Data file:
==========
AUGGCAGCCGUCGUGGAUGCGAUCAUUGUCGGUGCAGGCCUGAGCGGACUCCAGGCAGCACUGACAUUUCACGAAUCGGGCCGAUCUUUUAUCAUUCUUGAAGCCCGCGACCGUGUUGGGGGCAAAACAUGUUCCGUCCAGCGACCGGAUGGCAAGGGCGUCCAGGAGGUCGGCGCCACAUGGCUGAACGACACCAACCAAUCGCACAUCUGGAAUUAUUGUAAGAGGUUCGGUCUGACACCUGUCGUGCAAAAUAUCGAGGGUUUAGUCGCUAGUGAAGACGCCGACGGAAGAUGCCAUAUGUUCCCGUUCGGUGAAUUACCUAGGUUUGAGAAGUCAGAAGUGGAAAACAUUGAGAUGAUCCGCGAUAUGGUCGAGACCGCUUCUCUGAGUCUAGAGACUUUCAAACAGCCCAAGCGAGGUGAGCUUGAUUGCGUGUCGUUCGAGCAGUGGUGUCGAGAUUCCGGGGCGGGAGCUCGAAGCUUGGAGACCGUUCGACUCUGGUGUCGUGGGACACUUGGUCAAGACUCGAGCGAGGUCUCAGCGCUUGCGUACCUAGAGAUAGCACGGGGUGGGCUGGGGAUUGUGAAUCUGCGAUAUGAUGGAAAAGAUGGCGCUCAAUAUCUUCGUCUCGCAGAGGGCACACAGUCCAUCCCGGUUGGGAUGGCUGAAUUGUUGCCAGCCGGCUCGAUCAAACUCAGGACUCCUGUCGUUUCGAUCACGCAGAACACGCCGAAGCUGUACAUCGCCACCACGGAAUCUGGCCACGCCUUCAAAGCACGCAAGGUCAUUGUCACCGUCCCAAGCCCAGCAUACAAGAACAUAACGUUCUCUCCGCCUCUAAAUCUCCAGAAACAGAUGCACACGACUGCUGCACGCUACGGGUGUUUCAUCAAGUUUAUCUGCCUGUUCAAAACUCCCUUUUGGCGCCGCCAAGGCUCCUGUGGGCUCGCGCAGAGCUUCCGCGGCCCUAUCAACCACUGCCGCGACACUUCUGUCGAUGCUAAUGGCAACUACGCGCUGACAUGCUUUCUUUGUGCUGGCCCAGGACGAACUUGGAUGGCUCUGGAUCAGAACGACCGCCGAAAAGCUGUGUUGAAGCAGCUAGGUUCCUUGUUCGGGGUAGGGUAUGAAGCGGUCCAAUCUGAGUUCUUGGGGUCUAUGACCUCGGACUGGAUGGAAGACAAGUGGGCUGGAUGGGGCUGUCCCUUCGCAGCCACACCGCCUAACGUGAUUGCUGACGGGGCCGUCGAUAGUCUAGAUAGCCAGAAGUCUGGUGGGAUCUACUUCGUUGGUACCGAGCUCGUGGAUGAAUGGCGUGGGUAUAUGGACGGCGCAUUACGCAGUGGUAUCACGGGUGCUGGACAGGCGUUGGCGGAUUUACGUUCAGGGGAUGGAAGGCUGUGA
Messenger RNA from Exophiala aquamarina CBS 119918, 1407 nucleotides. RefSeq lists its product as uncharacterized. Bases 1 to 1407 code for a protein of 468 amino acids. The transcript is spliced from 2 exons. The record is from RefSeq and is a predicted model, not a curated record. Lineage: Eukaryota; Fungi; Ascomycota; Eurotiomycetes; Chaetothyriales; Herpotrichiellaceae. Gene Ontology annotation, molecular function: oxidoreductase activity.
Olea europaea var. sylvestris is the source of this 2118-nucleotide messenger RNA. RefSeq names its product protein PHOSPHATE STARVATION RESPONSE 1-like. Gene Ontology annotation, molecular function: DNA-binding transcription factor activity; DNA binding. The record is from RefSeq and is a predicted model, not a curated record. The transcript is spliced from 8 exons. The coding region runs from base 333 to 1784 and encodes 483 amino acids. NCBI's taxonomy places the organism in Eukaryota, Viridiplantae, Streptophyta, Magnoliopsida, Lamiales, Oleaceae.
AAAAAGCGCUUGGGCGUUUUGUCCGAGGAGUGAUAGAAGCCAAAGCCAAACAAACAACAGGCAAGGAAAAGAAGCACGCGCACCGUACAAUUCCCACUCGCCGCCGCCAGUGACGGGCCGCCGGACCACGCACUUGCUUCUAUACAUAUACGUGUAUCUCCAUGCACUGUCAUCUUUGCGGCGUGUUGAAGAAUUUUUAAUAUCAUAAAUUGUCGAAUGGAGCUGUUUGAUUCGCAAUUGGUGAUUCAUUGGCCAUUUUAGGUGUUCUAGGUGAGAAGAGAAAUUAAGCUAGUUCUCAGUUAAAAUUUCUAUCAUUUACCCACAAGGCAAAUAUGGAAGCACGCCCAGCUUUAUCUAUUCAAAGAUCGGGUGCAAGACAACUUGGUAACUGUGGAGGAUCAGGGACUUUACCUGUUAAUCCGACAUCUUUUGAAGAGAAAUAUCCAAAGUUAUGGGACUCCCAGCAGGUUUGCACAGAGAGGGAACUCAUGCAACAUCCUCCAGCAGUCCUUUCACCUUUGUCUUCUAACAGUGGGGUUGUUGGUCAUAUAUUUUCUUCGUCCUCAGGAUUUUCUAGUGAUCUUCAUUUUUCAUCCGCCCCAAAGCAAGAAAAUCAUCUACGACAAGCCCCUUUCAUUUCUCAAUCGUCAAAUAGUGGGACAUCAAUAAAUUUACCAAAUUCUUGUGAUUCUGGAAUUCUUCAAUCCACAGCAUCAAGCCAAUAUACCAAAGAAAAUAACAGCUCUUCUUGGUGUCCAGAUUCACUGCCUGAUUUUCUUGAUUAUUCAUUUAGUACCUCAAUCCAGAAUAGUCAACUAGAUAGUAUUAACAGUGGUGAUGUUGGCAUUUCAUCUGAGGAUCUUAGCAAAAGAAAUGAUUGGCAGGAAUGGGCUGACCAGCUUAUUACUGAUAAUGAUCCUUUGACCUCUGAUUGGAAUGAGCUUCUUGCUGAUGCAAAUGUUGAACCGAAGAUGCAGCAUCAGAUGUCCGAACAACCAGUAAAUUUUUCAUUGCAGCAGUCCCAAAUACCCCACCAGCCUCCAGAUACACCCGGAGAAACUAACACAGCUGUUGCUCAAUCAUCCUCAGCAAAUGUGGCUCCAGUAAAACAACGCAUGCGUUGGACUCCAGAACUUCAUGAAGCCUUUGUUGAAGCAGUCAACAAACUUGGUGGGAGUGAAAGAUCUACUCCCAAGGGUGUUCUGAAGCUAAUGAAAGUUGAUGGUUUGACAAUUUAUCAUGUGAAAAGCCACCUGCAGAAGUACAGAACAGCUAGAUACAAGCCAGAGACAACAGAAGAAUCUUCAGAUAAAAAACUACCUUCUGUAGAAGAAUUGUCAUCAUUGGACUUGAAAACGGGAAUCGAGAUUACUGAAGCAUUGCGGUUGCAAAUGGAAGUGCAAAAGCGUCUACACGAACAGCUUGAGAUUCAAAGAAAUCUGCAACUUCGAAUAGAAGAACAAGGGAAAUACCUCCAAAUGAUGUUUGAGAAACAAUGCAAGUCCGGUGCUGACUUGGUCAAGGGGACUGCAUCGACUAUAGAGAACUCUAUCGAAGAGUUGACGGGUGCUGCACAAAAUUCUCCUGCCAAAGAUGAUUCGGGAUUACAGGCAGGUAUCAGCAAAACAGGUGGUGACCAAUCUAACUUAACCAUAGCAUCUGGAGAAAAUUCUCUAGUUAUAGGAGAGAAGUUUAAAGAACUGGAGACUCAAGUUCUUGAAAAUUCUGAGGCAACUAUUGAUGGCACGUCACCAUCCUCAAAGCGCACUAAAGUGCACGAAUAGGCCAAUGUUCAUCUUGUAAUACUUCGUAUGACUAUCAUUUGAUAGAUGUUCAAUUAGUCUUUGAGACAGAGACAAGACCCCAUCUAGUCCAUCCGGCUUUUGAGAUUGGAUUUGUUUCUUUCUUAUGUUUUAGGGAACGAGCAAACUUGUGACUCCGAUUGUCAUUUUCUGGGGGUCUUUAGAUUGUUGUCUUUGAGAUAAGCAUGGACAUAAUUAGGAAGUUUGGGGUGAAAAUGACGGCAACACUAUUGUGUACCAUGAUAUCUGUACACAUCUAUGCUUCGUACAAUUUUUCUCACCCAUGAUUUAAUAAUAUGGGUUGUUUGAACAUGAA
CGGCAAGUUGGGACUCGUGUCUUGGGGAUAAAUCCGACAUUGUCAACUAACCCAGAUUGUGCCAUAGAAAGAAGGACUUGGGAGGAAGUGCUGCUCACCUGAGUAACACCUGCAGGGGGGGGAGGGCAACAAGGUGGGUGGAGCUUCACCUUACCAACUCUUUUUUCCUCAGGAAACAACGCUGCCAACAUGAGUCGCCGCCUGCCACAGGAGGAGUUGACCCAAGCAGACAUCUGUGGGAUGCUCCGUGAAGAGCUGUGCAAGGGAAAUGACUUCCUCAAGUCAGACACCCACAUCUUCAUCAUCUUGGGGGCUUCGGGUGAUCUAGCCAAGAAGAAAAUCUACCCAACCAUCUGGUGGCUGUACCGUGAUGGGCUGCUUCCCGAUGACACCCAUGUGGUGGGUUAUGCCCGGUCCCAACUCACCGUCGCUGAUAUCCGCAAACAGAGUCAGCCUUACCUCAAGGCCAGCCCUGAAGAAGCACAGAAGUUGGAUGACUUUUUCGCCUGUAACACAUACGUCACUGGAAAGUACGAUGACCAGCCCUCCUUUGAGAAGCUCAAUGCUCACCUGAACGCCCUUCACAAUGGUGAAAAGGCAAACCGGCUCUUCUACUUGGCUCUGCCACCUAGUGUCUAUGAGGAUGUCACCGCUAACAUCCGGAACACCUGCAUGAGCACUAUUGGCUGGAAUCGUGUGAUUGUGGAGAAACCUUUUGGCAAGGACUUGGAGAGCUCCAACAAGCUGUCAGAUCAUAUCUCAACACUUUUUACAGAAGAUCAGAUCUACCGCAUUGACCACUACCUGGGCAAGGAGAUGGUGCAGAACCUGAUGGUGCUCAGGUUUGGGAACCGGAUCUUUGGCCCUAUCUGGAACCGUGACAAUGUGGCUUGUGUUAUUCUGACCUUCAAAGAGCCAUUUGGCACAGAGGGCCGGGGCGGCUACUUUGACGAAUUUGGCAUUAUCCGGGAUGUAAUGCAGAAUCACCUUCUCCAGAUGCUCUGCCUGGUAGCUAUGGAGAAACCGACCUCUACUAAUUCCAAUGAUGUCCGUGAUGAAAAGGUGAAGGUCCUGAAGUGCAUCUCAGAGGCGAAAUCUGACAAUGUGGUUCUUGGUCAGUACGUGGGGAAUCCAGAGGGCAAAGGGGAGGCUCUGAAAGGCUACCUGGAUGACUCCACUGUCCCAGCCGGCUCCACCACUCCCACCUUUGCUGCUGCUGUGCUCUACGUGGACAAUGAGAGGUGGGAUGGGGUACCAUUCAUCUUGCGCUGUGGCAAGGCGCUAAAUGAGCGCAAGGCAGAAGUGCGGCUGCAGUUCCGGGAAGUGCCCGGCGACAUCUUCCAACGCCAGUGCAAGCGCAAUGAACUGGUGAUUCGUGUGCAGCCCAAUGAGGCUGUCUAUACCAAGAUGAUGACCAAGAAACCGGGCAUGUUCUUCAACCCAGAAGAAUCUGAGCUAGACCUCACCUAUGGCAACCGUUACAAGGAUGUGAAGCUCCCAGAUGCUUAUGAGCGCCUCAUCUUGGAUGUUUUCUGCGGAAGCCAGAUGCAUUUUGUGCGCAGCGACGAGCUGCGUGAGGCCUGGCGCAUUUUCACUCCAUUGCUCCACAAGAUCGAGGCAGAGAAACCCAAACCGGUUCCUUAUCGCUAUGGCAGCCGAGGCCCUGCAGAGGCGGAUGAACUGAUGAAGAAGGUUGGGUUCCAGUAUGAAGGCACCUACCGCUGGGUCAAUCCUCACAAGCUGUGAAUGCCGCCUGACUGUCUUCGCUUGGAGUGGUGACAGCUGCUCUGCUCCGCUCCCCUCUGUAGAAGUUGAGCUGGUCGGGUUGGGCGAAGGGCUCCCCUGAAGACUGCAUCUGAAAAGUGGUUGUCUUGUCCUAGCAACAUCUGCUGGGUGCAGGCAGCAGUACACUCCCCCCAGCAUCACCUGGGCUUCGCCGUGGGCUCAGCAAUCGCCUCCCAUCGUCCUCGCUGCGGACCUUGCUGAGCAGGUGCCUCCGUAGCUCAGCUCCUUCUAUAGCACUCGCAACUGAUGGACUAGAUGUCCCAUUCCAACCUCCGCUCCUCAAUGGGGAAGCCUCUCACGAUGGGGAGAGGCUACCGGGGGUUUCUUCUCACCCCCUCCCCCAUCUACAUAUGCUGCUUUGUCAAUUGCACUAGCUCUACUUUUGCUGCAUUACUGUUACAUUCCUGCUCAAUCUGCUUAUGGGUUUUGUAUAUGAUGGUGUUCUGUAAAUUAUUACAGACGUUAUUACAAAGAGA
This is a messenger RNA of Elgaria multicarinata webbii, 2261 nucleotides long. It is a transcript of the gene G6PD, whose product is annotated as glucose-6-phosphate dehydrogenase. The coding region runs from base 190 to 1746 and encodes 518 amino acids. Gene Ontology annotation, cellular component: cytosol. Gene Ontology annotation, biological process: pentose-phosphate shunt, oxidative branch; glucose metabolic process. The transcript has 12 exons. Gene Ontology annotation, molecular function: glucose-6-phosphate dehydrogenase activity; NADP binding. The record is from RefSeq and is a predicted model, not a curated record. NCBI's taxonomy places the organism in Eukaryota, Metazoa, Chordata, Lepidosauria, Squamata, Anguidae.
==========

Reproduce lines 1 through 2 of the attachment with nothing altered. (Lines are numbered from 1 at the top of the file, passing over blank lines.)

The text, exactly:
AUGGCAGCCGUCGUGGAUGCGAUCAUUGUCGGUGCAGGCCUGAGCGGACUCCAGGCAGCACUGACAUUUCACGAAUCGGGCCGAUCUUUUAUCAUUCUUGAAGCCCGCGACCGUGUUGGGGGCAAAACAUGUUCCGUCCAGCGACCGGAUGGCAAGGGCGUCCAGGAGGUCGGCGCCACAUGGCUGAACGACACCAACCAAUCGCACAUCUGGAAUUAUUGUAAGAGGUUCGGUCUGACACCUGUCGUGCAAAAUAUCGAGGGUUUAGUCGCUAGUGAAGACGCCGACGGAAGAUGCCAUAUGUUCCCGUUCGGUGAAUUACCUAGGUUUGAGAAGUCAGAAGUGGAAAACAUUGAGAUGAUCCGCGAUAUGGUCGAGACCGCUUCUCUGAGUCUAGAGACUUUCAAACAGCCCAAGCGAGGUGAGCUUGAUUGCGUGUCGUUCGAGCAGUGGUGUCGAGAUUCCGGGGCGGGAGCUCGAAGCUUGGAGACCGUUCGACUCUGGUGUCGUGGGACACUUGGUCAAGACUCGAGCGAGGUCUCAGCGCUUGCGUACCUAGAGAUAGCACGGGGUGGGCUGGGGAUUGUGAAUCUGCGAUAUGAUGGAAAAGAUGGCGCUCAAUAUCUUCGUCUCGCAGAGGGCACACAGUCCAUCCCGGUUGGGAUGGCUGAAUUGUUGCCAGCCGGCUCGAUCAAACUCAGGACUCCUGUCGUUUCGAUCACGCAGAACACGCCGAAGCUGUACAUCGCCACCACGGAAUCUGGCCACGCCUUCAAAGCACGCAAGGUCAUUGUCACCGUCCCAAGCCCAGCAUACAAGAACAUAACGUUCUCUCCGCCUCUAAAUCUCCAGAAACAGAUGCACACGACUGCUGCACGCUACGGGUGUUUCAUCAAGUUUAUCUGCCUGUUCAAAACUCCCUUUUGGCGCCGCCAAGGCUCCUGUGGGCUCGCGCAGAGCUUCCGCGGCCCUAUCAACCACUGCCGCGACACUUCUGUCGAUGCUAAUGGCAACUACGCGCUGACAUGCUUUCUUUGUGCUGGCCCAGGACGAACUUGGAUGGCUCUGGAUCAGAACGACCGCCGAAAAGCUGUGUUGAAGCAGCUAGGUUCCUUGUUCGGGGUAGGGUAUGAAGCGGUCCAAUCUGAGUUCUUGGGGUCUAUGACCUCGGACUGGAUGGAAGACAAGUGGGCUGGAUGGGGCUGUCCCUUCGCAGCCACACCGCCUAACGUGAUUGCUGACGGGGCCGUCGAUAGUCUAGAUAGCCAGAAGUCUGGUGGGAUCUACUUCGUUGGUACCGAGCUCGUGGAUGAAUGGCGUGGGUAUAUGGACGGCGCAUUACGCAGUGGUAUCACGGGUGCUGGACAGGCGUUGGCGGAUUUACGUUCAGGGGAUGGAAGGCUGUGA
Messenger RNA from Exophiala aquamarina CBS 119918, 1407 nucleotides. RefSeq lists its product as uncharacterized. Bases 1 to 1407 code for a protein of 468 amino acids. The transcript is spliced from 2 exons. The record is from RefSeq and is a predicted model, not a curated record. Lineage: Eukaryota; Fungi; Ascomycota; Eurotiomycetes; Chaetothyriales; Herpotrichiellaceae. Gene Ontology annotation, molecular function: oxidoreductase activity.